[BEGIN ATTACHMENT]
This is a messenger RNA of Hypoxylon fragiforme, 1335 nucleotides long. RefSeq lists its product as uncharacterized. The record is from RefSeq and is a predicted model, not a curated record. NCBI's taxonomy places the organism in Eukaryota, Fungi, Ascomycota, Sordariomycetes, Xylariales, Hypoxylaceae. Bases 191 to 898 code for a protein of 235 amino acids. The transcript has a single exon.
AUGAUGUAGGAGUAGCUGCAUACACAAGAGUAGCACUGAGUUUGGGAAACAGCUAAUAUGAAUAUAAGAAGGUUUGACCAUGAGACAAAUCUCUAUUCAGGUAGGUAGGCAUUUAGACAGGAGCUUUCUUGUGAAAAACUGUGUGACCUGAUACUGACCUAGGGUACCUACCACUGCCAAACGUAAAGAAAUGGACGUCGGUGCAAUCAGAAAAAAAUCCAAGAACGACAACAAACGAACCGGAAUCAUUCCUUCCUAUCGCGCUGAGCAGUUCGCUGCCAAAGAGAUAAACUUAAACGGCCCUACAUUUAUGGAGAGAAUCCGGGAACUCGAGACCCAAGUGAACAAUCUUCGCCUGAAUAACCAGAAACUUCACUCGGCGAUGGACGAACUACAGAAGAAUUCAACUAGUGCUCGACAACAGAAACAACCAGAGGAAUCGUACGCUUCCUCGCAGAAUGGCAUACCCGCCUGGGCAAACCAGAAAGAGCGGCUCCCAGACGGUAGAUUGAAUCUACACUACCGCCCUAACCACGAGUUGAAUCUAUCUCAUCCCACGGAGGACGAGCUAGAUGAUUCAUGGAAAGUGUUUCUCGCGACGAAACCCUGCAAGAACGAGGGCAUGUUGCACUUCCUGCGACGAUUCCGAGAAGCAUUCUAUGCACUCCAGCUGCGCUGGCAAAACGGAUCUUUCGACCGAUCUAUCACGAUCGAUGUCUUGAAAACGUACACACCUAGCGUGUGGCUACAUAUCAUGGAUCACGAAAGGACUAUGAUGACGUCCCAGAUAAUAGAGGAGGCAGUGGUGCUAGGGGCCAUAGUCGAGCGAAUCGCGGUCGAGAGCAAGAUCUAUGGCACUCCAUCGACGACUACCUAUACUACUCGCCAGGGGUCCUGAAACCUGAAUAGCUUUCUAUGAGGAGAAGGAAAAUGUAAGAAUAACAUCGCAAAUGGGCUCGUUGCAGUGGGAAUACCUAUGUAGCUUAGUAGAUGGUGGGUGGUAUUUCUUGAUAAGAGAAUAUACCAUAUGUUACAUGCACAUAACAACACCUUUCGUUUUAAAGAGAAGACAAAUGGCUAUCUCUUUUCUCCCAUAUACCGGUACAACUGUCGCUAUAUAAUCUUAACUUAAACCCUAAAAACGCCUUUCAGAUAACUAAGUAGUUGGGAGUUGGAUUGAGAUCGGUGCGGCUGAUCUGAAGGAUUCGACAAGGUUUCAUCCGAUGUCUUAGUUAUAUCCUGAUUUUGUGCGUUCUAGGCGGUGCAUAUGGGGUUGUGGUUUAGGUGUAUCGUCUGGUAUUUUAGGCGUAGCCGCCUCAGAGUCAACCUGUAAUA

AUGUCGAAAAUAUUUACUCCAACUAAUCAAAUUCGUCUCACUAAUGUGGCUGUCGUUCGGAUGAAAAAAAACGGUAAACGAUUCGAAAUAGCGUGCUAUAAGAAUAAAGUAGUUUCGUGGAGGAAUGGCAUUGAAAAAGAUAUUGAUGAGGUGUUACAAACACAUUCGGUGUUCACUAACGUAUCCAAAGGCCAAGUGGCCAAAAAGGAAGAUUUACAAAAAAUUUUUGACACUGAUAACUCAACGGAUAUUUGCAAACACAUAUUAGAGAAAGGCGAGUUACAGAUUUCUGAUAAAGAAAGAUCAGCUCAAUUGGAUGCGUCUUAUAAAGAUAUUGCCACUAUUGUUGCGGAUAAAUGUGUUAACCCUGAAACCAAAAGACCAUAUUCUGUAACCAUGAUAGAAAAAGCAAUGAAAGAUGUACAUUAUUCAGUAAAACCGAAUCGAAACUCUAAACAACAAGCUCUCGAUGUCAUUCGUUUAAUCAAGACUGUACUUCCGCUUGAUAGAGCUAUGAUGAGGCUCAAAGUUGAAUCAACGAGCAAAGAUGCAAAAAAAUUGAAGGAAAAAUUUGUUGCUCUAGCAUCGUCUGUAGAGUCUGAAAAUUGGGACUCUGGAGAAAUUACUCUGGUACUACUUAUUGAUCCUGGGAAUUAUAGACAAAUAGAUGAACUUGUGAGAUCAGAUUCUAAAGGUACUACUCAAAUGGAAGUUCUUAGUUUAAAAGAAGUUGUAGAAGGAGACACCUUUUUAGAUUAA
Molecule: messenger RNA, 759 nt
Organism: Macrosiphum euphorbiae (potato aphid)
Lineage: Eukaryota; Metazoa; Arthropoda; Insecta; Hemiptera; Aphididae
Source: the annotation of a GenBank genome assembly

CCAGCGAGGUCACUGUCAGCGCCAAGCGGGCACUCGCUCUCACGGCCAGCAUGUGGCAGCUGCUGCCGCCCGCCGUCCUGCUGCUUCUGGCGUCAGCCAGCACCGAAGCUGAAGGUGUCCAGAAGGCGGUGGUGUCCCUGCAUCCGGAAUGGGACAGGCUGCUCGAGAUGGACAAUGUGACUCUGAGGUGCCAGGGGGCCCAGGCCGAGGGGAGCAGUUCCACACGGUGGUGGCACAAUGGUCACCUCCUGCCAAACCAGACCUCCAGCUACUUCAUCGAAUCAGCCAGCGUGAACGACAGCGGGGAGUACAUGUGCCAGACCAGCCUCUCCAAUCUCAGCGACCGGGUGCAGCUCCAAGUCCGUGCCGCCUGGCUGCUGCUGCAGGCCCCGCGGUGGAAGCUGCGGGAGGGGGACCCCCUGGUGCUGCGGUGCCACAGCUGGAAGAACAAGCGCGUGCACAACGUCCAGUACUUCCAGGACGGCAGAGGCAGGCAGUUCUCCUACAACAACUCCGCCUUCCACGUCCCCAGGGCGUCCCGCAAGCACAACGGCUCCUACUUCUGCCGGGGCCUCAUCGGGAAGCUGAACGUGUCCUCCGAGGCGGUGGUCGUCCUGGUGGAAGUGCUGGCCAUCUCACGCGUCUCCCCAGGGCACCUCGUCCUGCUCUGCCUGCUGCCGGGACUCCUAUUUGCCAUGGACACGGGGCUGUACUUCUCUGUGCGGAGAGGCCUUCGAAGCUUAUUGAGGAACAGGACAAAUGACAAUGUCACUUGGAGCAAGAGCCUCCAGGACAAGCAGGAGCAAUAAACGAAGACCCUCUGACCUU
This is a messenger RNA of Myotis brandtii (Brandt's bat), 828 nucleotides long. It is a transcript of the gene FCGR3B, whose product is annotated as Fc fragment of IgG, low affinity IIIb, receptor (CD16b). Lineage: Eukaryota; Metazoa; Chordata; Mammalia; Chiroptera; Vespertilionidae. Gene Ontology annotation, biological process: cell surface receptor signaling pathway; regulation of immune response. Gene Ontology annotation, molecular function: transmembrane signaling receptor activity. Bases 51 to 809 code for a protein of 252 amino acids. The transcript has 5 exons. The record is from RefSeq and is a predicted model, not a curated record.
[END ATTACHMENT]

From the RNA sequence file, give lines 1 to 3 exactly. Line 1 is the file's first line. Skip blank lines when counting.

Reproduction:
This is a messenger RNA of Hypoxylon fragiforme, 1335 nucleotides long. RefSeq lists its product as uncharacterized. The record is from RefSeq and is a predicted model, not a curated record. NCBI's taxonomy places the organism in Eukaryota, Fungi, Ascomycota, Sordariomycetes, Xylariales, Hypoxylaceae. Bases 191 to 898 code for a protein of 235 amino acids. The transcript has a single exon.
AUGAUGUAGGAGUAGCUGCAUACACAAGAGUAGCACUGAGUUUGGGAAACAGCUAAUAUGAAUAUAAGAAGGUUUGACCAUGAGACAAAUCUCUAUUCAGGUAGGUAGGCAUUUAGACAGGAGCUUUCUUGUGAAAAACUGUGUGACCUGAUACUGACCUAGGGUACCUACCACUGCCAAACGUAAAGAAAUGGACGUCGGUGCAAUCAGAAAAAAAUCCAAGAACGACAACAAACGAACCGGAAUCAUUCCUUCCUAUCGCGCUGAGCAGUUCGCUGCCAAAGAGAUAAACUUAAACGGCCCUACAUUUAUGGAGAGAAUCCGGGAACUCGAGACCCAAGUGAACAAUCUUCGCCUGAAUAACCAGAAACUUCACUCGGCGAUGGACGAACUACAGAAGAAUUCAACUAGUGCUCGACAACAGAAACAACCAGAGGAAUCGUACGCUUCCUCGCAGAAUGGCAUACCCGCCUGGGCAAACCAGAAAGAGCGGCUCCCAGACGGUAGAUUGAAUCUACACUACCGCCCUAACCACGAGUUGAAUCUAUCUCAUCCCACGGAGGACGAGCUAGAUGAUUCAUGGAAAGUGUUUCUCGCGACGAAACCCUGCAAGAACGAGGGCAUGUUGCACUUCCUGCGACGAUUCCGAGAAGCAUUCUAUGCACUCCAGCUGCGCUGGCAAAACGGAUCUUUCGACCGAUCUAUCACGAUCGAUGUCUUGAAAACGUACACACCUAGCGUGUGGCUACAUAUCAUGGAUCACGAAAGGACUAUGAUGACGUCCCAGAUAAUAGAGGAGGCAGUGGUGCUAGGGGCCAUAGUCGAGCGAAUCGCGGUCGAGAGCAAGAUCUAUGGCACUCCAUCGACGACUACCUAUACUACUCGCCAGGGGUCCUGAAACCUGAAUAGCUUUCUAUGAGGAGAAGGAAAAUGUAAGAAUAACAUCGCAAAUGGGCUCGUUGCAGUGGGAAUACCUAUGUAGCUUAGUAGAUGGUGGGUGGUAUUUCUUGAUAAGAGAAUAUACCAUAUGUUACAUGCACAUAACAACACCUUUCGUUUUAAAGAGAAGACAAAUGGCUAUCUCUUUUCUCCCAUAUACCGGUACAACUGUCGCUAUAUAAUCUUAACUUAAACCCUAAAAACGCCUUUCAGAUAACUAAGUAGUUGGGAGUUGGAUUGAGAUCGGUGCGGCUGAUCUGAAGGAUUCGACAAGGUUUCAUCCGAUGUCUUAGUUAUAUCCUGAUUUUGUGCGUUCUAGGCGGUGCAUAUGGGGUUGUGGUUUAGGUGUAUCGUCUGGUAUUUUAGGCGUAGCCGCCUCAGAGUCAACCUGUAAUA

AUGUCGAAAAUAUUUACUCCAACUAAUCAAAUUCGUCUCACUAAUGUGGCUGUCGUUCGGAUGAAAAAAAACGGUAAACGAUUCGAAAUAGCGUGCUAUAAGAAUAAAGUAGUUUCGUGGAGGAAUGGCAUUGAAAAAGAUAUUGAUGAGGUGUUACAAACACAUUCGGUGUUCACUAACGUAUCCAAAGGCCAAGUGGCCAAAAAGGAAGAUUUACAAAAAAUUUUUGACACUGAUAACUCAACGGAUAUUUGCAAACACAUAUUAGAGAAAGGCGAGUUACAGAUUUCUGAUAAAGAAAGAUCAGCUCAAUUGGAUGCGUCUUAUAAAGAUAUUGCCACUAUUGUUGCGGAUAAAUGUGUUAACCCUGAAACCAAAAGACCAUAUUCUGUAACCAUGAUAGAAAAAGCAAUGAAAGAUGUACAUUAUUCAGUAAAACCGAAUCGAAACUCUAAACAACAAGCUCUCGAUGUCAUUCGUUUAAUCAAGACUGUACUUCCGCUUGAUAGAGCUAUGAUGAGGCUCAAAGUUGAAUCAACGAGCAAAGAUGCAAAAAAAUUGAAGGAAAAAUUUGUUGCUCUAGCAUCGUCUGUAGAGUCUGAAAAUUGGGACUCUGGAGAAAUUACUCUGGUACUACUUAUUGAUCCUGGGAAUUAUAGACAAAUAGAUGAACUUGUGAGAUCAGAUUCUAAAGGUACUACUCAAAUGGAAGUUCUUAGUUUAAAAGAAGUUGUAGAAGGAGACACCUUUUUAGAUUAA